The Great Flood of 1993 remains the worst river flooding US has ever seen
The deadly, catastrophic flooding unleashed after an abundance of rain and snow in the seasons leading up to that devastating summer.
A levee in Monroe County, Illinois, near Columbia, Illinois, gives way to rushing waters from the Mississippi River on Aug.1, 1993, flooding farmland. The house at right was caught in the current from the river, removed from its foundation and carried downstream. (AP photo/James R. Finley)
Over the course of a three-month period in the summer of 1993, a slow-moving and historic flooding disaster unfolded across the midwestern United States, killing 50 people, dumping more than a year’s worth of rain and leaving behind major economic ramifications that would be felt for years to come.
Over 17 million acres were flooded in nine states across the Midwest during the summer of 1993, starting in June and lasting through August. This is an area larger than the entire state of West Virginia. Over June and July, rain was measured in feet from Kansas into Iowa.
“The magnitude and severity of this flood event was simply overwhelming, and it ranks as one of the greatest natural disasters ever to hit the United States,” said Lee Larson, chief at the Hydrologic Research Laboratory (HRC).
This long-duration river flooding caused hundreds of levees to fail and an estimated $15 billion in damages.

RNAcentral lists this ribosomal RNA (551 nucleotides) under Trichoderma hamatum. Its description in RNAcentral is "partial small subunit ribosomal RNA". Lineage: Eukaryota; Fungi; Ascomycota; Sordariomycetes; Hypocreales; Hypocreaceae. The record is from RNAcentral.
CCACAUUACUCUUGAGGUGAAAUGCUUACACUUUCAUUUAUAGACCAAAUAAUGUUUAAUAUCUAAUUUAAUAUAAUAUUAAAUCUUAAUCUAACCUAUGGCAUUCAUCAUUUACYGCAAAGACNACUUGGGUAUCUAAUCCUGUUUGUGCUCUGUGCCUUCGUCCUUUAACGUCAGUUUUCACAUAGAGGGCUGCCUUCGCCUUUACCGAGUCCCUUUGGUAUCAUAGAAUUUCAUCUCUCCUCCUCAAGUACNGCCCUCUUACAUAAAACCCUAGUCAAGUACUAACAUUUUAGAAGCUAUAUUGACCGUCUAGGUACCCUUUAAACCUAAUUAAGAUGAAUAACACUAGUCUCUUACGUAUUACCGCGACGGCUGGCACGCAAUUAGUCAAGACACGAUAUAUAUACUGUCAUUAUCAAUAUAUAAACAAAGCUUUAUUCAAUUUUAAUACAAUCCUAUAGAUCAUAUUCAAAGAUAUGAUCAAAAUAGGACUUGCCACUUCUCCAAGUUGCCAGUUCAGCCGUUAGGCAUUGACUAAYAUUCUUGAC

While the worst of the flooding occurred in the summer of 1993, impacts across the region lasted for years.
Of the 17 million acres that were flooded, a majority was being used as farmland. This had a long-term impact on the agriculture industry as some of the land was not able to be used again for farming for several years after floodwaters had receded.
Shipping and transportation industries were also severely impacted during the height of the flooding.
“Barge traffic on the Missouri and Mississippi rivers was stopped for nearly two months,” the National Weather Service (NWS) said.
The inability for ships and barges to navigate the waters of these major waterways resulted in an economic loss of $2 million per day, according to the NWS.
Rainfall during the Midwest Flood of 1993.
High water also rendered some bridges across the Mississippi River unusable for weeks, disrupting travel across the region. In some cases, this meant taking a detour of over 100 miles to make it to the other side of a flooded river.
The historic flooding was not caused by one single rainfall event, but rather an extended period of above-normal rainfall across the same region.
“The stage was set in 1992 with a wet fall which resulted in above-normal soil moisture and reservoir levels in the Missouri and Upper Mississippi river basins,” the NWS said.
The wet autumn was followed by above-average snowfall during the winter. When all of this snow melted in the spring, it left the ground across the region saturated and prone to flooding.
The abundance of rain and snow in the seasons leading up to the summer of 1993 acted as key factors that contributed to the catastrophic flooding.
The other primary weather factor was the persistent weather pattern across the Midwest that lasted several months.